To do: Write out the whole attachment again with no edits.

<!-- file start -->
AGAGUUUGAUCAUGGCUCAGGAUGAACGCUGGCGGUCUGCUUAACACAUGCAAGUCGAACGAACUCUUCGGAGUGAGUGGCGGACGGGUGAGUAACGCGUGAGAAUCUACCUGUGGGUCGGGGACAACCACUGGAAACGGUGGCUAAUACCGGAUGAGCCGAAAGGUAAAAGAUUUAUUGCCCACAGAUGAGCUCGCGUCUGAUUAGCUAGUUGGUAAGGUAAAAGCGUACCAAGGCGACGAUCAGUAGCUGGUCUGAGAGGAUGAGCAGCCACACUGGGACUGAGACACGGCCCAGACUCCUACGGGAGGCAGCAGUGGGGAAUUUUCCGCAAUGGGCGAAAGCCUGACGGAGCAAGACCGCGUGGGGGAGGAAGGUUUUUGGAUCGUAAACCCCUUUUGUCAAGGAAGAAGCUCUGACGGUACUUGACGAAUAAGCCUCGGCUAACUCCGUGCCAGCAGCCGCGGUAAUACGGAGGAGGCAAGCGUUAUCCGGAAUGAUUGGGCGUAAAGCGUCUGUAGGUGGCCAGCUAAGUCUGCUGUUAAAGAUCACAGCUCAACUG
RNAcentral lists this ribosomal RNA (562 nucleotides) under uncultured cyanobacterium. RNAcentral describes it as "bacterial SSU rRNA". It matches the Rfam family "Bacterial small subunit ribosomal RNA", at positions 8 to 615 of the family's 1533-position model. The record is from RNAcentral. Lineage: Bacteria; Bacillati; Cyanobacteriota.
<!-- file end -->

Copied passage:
AGAGUUUGAUCAUGGCUCAGGAUGAACGCUGGCGGUCUGCUUAACACAUGCAAGUCGAACGAACUCUUCGGAGUGAGUGGCGGACGGGUGAGUAACGCGUGAGAAUCUACCUGUGGGUCGGGGACAACCACUGGAAACGGUGGCUAAUACCGGAUGAGCCGAAAGGUAAAAGAUUUAUUGCCCACAGAUGAGCUCGCGUCUGAUUAGCUAGUUGGUAAGGUAAAAGCGUACCAAGGCGACGAUCAGUAGCUGGUCUGAGAGGAUGAGCAGCCACACUGGGACUGAGACACGGCCCAGACUCCUACGGGAGGCAGCAGUGGGGAAUUUUCCGCAAUGGGCGAAAGCCUGACGGAGCAAGACCGCGUGGGGGAGGAAGGUUUUUGGAUCGUAAACCCCUUUUGUCAAGGAAGAAGCUCUGACGGUACUUGACGAAUAAGCCUCGGCUAACUCCGUGCCAGCAGCCGCGGUAAUACGGAGGAGGCAAGCGUUAUCCGGAAUGAUUGGGCGUAAAGCGUCUGUAGGUGGCCAGCUAAGUCUGCUGUUAAAGAUCACAGCUCAACUG
RNAcentral lists this ribosomal RNA (562 nucleotides) under uncultured cyanobacterium. RNAcentral describes it as "bacterial SSU rRNA". It matches the Rfam family "Bacterial small subunit ribosomal RNA", at positions 8 to 615 of the family's 1533-position model. The record is from RNAcentral. Lineage: Bacteria; Bacillati; Cyanobacteriota.